Following public engagement and community workshops, the gathered data is analyzed and prepared for use in developing alternate scenarios. Analyzing data includes compiling survey and poll results, digitizing workshop maps, examining the placement and prevalence of chips and other materials used to identify preferences in the workshop mapping exercises, and preparing maps for theme identification. Compiling results from surveys and keypad polls helps shape the development of potential guiding principles, gives a sense of residents' values towards the issues being explored, and helps identify what the scenarios should measure.
Conducting mapping activities during public workshops may result in dozens of maps representing hundreds of voices.
Digitizing maps is the process of taking workshop maps from a paper state into a digital state, so mapped data can be analyzed in Geographic Information System (GIS). Having the workshop maps in digital form allows for quick analysis of trends, helps to identify where growth is placed and what form it takes, and enables the scenarios to develop in a transparent fashion, demonstrating how public preferences are incorporated into scenario concepts.
A polygon grid and an Excel spreadsheet is a low tech way to organize data and transfer it to digital form. The grid used for coding has a corresponding grid with numbers in GIS so the coders can cross reference. A polygon grid, or fishnet, is created with a unique ID field. The grid is then overlaid on the workshop map with a transparent sheet. Working in pairs to digitize the data, one person can identify where there are chips placed on the workshop map, the type of chips (mixed use, single family, open land, etc.) and the cell number that coincides with the chip, while the other person enters the data into an Excel Spreadsheet. This process results in an excel spreadsheet that can plug into GIS giving a record of all of the data across the maps. This data can be used to develop composites that reflect trends across all mapped information.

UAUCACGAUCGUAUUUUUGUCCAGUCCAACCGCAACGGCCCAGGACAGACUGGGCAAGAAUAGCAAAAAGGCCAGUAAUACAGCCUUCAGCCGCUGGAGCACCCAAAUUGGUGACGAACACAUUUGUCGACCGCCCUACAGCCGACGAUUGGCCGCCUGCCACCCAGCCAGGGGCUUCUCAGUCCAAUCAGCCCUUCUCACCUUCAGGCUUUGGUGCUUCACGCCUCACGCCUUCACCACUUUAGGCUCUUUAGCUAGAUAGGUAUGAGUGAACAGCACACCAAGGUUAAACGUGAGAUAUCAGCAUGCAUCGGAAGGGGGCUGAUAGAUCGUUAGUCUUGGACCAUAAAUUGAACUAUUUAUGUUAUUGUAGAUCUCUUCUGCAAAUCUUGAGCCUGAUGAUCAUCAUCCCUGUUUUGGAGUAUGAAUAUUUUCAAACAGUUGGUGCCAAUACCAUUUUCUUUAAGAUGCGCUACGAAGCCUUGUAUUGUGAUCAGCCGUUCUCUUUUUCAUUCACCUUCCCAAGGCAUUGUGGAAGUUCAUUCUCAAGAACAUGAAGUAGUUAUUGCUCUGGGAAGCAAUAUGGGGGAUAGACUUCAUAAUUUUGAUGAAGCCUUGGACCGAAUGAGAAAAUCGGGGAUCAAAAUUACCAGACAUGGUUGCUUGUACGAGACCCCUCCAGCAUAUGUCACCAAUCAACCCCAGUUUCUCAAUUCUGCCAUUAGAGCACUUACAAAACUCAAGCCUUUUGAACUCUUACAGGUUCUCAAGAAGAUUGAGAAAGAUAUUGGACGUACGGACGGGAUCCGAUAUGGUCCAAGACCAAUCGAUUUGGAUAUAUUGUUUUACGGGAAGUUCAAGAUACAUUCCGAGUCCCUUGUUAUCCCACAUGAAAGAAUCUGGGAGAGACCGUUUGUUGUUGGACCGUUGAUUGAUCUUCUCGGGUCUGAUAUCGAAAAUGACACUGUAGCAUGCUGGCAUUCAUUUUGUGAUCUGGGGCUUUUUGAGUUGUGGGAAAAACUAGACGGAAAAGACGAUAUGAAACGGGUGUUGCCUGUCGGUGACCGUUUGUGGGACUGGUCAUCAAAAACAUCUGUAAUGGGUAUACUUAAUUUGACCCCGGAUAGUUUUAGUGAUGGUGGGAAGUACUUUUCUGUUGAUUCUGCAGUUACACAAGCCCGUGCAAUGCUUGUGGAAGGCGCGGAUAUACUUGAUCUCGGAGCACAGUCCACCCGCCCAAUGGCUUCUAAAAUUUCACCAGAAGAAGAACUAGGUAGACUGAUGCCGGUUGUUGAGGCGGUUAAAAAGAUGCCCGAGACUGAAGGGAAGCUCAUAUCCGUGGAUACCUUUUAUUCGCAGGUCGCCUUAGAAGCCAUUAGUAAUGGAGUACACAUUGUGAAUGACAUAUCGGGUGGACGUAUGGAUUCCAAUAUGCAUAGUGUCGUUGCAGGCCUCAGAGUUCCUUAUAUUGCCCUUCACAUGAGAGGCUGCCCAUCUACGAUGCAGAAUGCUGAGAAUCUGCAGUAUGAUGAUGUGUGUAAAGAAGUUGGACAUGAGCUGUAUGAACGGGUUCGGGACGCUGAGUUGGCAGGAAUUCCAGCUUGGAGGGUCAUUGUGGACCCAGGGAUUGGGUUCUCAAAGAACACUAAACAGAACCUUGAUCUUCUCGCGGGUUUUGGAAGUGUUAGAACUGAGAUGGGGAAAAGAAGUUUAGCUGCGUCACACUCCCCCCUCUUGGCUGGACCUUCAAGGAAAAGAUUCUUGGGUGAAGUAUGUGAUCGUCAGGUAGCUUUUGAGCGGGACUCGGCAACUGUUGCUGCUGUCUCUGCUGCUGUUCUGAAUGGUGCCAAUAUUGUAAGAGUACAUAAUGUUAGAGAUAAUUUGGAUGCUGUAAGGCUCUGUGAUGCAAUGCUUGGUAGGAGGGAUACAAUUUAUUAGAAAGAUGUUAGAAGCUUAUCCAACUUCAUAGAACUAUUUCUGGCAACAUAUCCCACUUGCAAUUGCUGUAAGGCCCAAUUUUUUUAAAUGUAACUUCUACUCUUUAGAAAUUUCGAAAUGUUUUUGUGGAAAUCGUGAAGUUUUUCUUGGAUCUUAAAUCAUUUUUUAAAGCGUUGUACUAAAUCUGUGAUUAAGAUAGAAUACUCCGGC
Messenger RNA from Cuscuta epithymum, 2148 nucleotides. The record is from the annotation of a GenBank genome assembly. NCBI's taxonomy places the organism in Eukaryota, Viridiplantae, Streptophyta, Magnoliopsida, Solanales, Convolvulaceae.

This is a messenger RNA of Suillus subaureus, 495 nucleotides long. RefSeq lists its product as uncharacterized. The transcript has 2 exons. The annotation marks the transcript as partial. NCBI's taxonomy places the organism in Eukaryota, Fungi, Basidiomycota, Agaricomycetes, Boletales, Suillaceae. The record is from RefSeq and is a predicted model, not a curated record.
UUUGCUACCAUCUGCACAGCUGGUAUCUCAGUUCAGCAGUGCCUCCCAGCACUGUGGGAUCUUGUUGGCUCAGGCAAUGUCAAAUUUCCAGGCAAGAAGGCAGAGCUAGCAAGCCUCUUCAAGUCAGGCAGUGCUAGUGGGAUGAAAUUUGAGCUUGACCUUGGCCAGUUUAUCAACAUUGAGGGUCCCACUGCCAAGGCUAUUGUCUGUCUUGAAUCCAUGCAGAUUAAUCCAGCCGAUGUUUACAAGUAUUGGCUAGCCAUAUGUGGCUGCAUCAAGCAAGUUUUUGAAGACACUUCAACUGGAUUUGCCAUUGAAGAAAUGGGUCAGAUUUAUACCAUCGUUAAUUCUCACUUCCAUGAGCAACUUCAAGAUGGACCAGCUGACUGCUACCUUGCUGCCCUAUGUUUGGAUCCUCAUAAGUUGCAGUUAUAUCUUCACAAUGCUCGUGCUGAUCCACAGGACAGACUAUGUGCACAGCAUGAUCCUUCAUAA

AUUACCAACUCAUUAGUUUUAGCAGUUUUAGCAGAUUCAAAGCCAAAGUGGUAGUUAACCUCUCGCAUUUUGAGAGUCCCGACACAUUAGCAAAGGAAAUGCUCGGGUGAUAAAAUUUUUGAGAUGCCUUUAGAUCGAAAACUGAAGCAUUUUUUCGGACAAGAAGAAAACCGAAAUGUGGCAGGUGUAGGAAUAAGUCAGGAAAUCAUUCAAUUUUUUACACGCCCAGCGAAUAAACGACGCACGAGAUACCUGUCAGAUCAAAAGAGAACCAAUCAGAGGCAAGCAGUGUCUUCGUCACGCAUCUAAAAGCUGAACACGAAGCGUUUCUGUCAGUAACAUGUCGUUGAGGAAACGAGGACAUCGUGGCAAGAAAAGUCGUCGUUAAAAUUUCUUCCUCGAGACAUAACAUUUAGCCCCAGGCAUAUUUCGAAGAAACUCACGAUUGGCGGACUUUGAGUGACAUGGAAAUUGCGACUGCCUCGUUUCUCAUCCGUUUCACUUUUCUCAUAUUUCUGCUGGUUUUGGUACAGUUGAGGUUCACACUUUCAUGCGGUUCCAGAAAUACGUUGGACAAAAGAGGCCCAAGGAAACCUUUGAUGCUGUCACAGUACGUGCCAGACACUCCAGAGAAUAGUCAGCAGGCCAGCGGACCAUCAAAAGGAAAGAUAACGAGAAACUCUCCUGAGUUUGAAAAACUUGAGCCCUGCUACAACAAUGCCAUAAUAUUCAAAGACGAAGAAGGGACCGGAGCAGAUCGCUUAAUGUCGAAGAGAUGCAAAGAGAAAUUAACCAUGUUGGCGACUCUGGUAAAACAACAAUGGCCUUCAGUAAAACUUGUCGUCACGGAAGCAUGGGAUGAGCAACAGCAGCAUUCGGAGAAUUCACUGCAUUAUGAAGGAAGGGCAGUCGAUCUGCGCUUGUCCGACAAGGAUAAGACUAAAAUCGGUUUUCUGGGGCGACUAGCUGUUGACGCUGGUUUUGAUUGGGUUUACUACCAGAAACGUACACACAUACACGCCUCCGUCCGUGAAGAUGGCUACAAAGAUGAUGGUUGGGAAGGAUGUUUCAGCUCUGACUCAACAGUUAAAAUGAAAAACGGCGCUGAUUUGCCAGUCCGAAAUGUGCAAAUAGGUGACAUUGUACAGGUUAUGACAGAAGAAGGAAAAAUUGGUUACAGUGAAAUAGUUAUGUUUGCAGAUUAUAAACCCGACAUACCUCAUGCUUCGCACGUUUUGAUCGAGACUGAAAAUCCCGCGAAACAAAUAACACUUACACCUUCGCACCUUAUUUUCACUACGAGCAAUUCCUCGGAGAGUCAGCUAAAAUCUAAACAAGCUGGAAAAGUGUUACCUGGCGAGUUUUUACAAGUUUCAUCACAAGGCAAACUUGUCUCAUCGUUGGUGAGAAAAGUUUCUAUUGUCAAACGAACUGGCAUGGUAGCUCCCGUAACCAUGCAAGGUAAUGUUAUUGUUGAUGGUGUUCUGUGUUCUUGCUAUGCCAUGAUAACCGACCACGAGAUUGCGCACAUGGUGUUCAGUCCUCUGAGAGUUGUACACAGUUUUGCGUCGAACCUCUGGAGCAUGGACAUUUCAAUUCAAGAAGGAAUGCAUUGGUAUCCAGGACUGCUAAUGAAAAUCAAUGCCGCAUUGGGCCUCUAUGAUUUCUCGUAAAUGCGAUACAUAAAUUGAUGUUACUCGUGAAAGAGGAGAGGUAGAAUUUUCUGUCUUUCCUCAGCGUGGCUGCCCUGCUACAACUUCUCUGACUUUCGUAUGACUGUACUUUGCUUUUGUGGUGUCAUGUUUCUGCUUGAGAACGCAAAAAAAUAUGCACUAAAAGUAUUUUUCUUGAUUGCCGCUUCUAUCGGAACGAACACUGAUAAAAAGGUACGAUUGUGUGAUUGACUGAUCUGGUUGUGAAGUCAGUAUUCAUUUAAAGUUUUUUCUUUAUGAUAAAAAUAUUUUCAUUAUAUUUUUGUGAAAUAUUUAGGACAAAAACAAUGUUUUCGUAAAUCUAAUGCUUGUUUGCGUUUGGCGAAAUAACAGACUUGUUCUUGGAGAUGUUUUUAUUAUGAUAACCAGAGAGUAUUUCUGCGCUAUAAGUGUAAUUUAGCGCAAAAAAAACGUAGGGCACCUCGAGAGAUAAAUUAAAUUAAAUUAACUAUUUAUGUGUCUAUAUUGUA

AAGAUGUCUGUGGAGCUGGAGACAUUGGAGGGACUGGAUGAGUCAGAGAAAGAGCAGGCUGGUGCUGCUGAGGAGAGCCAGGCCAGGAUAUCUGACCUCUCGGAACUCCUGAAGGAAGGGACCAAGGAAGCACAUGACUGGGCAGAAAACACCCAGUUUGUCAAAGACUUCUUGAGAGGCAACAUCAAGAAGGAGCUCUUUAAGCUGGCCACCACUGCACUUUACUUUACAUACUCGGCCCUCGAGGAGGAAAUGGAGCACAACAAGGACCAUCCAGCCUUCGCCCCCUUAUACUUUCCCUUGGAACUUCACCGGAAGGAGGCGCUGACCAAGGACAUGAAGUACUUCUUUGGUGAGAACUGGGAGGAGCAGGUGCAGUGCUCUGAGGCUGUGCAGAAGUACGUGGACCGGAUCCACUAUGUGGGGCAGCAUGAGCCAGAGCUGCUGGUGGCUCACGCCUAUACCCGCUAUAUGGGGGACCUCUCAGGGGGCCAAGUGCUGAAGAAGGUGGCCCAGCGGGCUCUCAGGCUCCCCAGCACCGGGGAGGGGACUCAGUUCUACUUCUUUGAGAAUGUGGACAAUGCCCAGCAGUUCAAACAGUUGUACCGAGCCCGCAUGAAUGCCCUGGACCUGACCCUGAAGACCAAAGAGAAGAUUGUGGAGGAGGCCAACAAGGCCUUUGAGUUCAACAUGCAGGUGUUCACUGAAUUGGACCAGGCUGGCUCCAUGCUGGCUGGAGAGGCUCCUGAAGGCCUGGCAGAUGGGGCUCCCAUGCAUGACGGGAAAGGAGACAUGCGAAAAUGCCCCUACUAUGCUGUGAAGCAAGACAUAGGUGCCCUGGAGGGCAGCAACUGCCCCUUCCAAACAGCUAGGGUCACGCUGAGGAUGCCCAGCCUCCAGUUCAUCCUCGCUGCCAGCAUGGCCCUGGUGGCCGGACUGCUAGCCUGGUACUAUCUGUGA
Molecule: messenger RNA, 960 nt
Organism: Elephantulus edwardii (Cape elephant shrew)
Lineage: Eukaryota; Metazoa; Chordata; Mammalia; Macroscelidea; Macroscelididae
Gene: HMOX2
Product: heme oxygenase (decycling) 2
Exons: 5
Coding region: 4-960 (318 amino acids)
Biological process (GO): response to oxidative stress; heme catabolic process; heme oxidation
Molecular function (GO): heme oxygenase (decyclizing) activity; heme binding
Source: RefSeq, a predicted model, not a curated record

Counting map chips helps provide statistical data and allows for identification of the distinct alternate approaches workshop participants took to accommodate the goals they addressed during the mapping exercise. Examples of things to look for are the number and types of chips placed on each map, as well as which chips were used most.
Click HERE for detailed instructions that outline an alternative approach for digitizing maps using ET+ software from Fregonese & Associates.